2. METHODS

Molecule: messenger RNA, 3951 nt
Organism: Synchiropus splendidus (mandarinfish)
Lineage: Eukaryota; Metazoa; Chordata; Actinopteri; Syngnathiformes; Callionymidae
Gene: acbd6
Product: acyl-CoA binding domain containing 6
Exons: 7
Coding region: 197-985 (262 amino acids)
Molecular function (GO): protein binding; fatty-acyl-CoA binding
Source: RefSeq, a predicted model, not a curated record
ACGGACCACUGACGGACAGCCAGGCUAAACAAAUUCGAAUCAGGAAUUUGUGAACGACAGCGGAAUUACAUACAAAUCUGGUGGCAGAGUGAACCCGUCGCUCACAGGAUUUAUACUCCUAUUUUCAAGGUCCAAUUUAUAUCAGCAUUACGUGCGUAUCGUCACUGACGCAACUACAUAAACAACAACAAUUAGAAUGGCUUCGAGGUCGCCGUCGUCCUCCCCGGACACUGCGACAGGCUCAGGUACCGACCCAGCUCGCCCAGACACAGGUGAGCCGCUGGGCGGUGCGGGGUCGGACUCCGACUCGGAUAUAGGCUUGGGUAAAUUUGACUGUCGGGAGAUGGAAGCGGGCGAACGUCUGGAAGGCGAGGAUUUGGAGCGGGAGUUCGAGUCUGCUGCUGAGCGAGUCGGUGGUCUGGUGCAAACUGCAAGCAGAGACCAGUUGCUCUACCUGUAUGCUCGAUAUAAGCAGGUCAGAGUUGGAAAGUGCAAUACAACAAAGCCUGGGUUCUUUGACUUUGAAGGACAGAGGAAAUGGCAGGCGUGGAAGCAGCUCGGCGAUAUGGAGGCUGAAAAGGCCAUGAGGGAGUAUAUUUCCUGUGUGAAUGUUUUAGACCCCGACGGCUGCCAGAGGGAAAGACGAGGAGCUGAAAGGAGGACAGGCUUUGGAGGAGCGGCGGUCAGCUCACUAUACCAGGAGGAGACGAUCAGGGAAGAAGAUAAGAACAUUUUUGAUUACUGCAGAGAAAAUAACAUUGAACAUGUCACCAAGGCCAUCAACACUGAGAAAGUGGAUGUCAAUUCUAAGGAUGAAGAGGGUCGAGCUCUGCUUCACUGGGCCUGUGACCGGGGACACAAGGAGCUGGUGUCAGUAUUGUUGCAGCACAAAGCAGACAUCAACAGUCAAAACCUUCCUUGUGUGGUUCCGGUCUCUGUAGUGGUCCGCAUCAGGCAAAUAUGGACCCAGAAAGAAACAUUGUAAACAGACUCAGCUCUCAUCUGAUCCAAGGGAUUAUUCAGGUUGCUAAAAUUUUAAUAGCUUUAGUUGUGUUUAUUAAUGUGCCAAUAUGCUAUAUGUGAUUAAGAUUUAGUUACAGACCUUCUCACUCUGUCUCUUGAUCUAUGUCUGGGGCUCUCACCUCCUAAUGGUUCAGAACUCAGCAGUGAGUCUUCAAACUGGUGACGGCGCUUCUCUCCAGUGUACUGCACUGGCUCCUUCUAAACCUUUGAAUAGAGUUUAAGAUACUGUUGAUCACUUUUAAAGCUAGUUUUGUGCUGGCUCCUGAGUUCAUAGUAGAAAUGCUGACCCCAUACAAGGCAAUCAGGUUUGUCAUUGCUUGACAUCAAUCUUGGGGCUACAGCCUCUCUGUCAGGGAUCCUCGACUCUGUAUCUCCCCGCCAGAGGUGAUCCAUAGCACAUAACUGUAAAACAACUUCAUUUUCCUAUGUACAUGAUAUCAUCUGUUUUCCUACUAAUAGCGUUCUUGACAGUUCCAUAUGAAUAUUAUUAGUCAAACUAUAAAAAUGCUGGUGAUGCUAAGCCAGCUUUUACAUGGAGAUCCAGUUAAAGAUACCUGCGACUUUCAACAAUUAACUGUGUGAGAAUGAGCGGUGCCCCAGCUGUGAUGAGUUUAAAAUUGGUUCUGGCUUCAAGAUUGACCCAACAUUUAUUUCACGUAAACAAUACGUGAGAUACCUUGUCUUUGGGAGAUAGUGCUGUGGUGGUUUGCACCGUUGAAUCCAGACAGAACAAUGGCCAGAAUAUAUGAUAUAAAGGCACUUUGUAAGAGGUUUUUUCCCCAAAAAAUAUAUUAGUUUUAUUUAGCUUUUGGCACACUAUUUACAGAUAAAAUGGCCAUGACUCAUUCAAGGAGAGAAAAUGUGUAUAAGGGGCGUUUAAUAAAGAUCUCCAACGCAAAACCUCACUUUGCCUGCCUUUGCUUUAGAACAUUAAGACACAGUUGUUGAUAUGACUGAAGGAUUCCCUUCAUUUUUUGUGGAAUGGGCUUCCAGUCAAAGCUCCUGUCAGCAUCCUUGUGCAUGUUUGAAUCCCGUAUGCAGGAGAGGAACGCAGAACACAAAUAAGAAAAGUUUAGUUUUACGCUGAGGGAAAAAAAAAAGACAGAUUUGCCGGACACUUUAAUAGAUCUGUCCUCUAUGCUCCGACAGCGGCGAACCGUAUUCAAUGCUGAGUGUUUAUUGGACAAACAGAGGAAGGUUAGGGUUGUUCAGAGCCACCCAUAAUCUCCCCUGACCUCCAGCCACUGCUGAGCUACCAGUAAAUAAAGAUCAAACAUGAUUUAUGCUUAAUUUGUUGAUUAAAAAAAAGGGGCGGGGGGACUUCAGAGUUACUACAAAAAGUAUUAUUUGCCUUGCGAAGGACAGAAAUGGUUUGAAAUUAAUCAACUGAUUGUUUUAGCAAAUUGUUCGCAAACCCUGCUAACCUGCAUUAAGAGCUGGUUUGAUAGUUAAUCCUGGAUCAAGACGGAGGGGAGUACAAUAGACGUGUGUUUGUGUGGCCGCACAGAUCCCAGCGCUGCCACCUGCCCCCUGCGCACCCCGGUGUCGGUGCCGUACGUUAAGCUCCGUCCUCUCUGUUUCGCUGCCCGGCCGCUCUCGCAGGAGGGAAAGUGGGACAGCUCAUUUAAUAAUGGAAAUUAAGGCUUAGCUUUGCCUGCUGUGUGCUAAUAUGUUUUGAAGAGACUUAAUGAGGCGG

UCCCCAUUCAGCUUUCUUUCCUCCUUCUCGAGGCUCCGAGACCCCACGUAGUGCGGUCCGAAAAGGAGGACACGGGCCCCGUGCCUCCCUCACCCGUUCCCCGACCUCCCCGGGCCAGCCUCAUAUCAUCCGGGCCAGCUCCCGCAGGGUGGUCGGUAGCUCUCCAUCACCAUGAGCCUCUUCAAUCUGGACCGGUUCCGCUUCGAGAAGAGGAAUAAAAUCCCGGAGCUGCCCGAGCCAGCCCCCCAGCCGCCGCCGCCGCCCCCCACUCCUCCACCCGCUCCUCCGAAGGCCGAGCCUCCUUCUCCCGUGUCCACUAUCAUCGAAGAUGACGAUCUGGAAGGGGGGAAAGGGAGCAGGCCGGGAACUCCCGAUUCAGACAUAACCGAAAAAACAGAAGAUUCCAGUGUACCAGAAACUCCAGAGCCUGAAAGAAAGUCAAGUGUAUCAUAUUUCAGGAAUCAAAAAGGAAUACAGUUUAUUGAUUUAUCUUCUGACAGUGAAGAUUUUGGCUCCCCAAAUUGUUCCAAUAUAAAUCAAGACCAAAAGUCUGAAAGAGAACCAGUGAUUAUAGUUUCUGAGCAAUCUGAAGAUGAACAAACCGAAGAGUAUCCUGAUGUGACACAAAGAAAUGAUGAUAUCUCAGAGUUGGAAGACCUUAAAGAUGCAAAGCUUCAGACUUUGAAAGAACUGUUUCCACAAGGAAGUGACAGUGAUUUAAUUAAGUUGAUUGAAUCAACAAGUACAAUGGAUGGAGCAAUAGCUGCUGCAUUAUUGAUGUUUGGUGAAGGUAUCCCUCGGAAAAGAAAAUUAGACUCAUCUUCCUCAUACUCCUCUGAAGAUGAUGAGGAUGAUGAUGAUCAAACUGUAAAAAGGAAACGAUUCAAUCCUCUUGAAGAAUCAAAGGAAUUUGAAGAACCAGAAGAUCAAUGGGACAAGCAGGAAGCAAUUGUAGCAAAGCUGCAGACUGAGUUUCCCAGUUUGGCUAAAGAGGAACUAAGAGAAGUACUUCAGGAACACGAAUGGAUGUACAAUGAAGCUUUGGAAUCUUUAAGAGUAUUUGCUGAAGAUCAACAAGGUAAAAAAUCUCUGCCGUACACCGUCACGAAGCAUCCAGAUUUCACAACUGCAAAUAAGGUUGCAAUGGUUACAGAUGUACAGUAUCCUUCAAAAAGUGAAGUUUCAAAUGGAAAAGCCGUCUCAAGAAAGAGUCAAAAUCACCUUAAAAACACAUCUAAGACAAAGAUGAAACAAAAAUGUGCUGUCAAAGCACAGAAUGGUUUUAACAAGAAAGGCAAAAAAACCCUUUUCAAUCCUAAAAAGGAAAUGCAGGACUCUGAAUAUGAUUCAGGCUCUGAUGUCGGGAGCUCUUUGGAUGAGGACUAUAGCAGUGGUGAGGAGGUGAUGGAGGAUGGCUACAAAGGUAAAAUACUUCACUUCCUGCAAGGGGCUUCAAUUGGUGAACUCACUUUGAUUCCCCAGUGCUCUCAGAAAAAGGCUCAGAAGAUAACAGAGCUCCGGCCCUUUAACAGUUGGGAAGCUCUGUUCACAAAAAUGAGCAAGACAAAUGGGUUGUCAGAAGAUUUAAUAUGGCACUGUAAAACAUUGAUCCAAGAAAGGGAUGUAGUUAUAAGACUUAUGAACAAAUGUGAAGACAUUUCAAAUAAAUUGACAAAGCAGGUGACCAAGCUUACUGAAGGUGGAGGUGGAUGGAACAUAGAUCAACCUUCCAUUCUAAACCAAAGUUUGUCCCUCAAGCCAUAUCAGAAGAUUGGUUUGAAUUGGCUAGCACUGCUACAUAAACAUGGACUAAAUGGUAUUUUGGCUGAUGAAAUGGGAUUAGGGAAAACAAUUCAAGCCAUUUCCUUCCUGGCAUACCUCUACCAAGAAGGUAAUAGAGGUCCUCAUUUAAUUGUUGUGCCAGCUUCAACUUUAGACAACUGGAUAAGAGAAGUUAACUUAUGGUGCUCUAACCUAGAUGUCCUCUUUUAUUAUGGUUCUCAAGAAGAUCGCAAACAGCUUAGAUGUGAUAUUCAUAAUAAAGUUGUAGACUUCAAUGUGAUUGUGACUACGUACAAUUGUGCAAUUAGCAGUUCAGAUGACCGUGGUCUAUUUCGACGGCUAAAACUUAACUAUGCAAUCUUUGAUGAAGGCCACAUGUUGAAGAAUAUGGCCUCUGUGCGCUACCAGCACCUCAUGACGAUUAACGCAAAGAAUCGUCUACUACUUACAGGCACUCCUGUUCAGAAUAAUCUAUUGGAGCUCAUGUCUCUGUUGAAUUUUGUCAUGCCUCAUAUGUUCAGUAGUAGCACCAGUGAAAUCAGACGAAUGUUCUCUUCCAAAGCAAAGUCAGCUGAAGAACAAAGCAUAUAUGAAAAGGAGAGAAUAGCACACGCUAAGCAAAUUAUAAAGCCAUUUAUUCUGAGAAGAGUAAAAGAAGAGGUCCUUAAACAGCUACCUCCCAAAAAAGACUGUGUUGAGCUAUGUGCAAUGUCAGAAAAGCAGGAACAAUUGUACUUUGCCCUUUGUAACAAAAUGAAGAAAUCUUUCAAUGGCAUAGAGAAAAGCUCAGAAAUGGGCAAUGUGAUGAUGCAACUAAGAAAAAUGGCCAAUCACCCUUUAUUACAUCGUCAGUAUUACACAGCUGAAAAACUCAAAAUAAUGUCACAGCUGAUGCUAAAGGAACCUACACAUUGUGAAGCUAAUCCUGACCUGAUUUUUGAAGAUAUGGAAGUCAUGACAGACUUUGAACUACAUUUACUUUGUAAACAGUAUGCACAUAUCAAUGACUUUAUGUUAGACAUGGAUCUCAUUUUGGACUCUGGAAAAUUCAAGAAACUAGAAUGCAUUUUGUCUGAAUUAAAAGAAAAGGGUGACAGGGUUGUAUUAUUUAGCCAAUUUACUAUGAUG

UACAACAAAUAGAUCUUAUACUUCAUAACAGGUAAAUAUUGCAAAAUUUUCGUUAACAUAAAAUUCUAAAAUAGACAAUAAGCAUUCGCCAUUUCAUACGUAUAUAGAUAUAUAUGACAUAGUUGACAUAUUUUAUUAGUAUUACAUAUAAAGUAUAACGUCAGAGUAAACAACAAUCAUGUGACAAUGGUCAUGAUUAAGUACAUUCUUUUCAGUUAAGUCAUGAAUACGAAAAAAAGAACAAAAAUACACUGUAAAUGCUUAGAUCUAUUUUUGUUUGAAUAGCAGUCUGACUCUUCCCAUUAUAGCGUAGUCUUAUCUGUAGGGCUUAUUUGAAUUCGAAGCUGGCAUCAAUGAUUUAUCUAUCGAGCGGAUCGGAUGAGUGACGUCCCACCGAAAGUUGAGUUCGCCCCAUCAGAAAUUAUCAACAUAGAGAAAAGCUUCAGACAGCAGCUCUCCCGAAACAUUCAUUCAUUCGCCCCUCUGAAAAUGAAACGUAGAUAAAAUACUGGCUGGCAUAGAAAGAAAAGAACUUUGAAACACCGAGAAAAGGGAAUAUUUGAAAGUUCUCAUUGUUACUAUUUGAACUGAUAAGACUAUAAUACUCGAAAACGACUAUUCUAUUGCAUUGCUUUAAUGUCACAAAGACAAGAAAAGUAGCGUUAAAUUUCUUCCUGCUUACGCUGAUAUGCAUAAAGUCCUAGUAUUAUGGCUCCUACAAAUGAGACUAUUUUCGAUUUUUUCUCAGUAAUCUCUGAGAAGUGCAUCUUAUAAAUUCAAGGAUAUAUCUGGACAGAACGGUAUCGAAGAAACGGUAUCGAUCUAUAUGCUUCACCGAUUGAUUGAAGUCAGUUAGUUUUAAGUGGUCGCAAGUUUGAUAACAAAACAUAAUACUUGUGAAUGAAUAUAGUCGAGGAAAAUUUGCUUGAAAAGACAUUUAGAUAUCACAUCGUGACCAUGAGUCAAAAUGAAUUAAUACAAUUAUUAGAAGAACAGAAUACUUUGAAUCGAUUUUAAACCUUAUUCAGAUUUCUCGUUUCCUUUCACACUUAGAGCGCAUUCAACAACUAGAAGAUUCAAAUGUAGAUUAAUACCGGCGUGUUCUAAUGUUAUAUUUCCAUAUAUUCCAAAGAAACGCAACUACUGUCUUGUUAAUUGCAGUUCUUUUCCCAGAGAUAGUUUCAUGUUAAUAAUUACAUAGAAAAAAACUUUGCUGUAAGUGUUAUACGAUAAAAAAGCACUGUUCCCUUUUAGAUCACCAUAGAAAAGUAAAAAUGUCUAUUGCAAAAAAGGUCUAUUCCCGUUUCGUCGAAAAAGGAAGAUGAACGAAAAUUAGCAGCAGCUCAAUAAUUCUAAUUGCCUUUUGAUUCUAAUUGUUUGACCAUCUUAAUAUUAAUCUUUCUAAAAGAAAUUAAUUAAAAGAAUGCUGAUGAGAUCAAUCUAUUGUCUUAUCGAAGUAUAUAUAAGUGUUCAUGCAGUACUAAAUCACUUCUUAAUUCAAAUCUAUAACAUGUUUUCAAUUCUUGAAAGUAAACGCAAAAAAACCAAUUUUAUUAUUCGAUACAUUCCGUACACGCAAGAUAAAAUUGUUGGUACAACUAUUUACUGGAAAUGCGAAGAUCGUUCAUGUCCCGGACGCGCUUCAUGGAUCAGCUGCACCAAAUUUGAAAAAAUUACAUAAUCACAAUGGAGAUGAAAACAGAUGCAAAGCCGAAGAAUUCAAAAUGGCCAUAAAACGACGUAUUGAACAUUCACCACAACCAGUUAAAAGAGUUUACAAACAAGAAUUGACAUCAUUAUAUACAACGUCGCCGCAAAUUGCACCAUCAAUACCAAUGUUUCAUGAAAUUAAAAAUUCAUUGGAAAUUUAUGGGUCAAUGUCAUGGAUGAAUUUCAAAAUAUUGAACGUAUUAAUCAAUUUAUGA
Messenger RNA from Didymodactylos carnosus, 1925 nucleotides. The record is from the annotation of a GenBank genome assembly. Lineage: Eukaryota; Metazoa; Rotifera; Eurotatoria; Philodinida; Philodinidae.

Chronic PAH was created in 4 Micro Yucatan female swine by surgical anastomosis of the left pulmonary artery (LPA) to the descending aorta [5]. The mean body weight was 22.4 ± 5.3 kg, and the mean age at surgery was 7.3 ± 2.7 months. An institutional animal research committee at the University of Nevada Las Vegas approved the protocol. Anesthesia was induced and maintained with inhaled isoflurane (Baxter Healthcare Co. Deer Field, IL, USA) as described previously [5]. A baseline right-sided cardiac catheterization with pulmonary angiography was performed through a sheath in the right internal jugular vein. The biopsy procedure was performed as described previously [6, 7]. To obtain biopsies, an 8F long sheath was wedged in 2- to 3-mm peripheral pulmonary arteries. At each procedure, two samples were obtained for RNA analysis. Catheterization with aortic and pulmonary artery pressure measurement, angiography, and endoarterial biopsies was performed through an 8F sheath in the carotid artery at days 7, 21, 60, and 180 after surgery. Briefly, the biopsy catheter was advanced through the delivery sheath into the distal vessel. The biopsy catheter was changed from closed to open configuration, exposing a window in the distal steel end of the internal tube. The vacuum was turned on. The trigger in the biopsy catheter was activated, resulting in the outer tube of the biopsy catheter advancing over the inner tube, cutting the tissue sample. The catheter was removed from the sheath and the biopsy piece was retrieved. Angiograms in distal pulmonary artery branches were performed before and after biopsy. To create the shunt model, a left thoracotomy was performed in the fourth intercostal space. The LPA was ligated at its origin from the pulmonary trunk. The descending thoracic aorta was clamped, and a window was created in its medial aspect with a 4.5 mm punch. An end-to-side anastomosis was created. The chest was closed. No chest tubes were placed. Postoperative care was as described previously [5]. Pulmonary arterial pressures were normal in the early biopsy time points and at near systemic level on day 180 [5]. Pulmonary arterial mural changes included progressive neo-intimal formation, endothelial abnormalities and medial thickening as the PAH advanced; findings consistent with significant PAH and described in one of our previous publications [5]. Animals were anesthetized and intubated for each procedure, allowed to recover, and re-instrumented for repeat procedures until day 180, when they were euthanized and subjected to pathologic analysis [5]. For RNA microarray analysis, biopsy samples were placed in RNAlater™ and analyzed by GeneChip® Porcine Genome Array, Thermo Fisher Scientific, which provides comprehensive coverage of the Sus scrofa transcriptome, containing 23,937 probe sets for 20,201 genes. The sequence information was selected from UniGene Build 28, GenBank® mRNAs, and GenBank® porcine mitochondrial and rRNA sequences. Specimens were homogenized using QIAshredder columns in a FastPrep FP120 Homogenizer. RNA was isolated using RNeasy Mini columns and quantified initially by UV spectrophotometry and more definitively by capillary electrophoresis on an Agilent 2100 Bioanalyzer.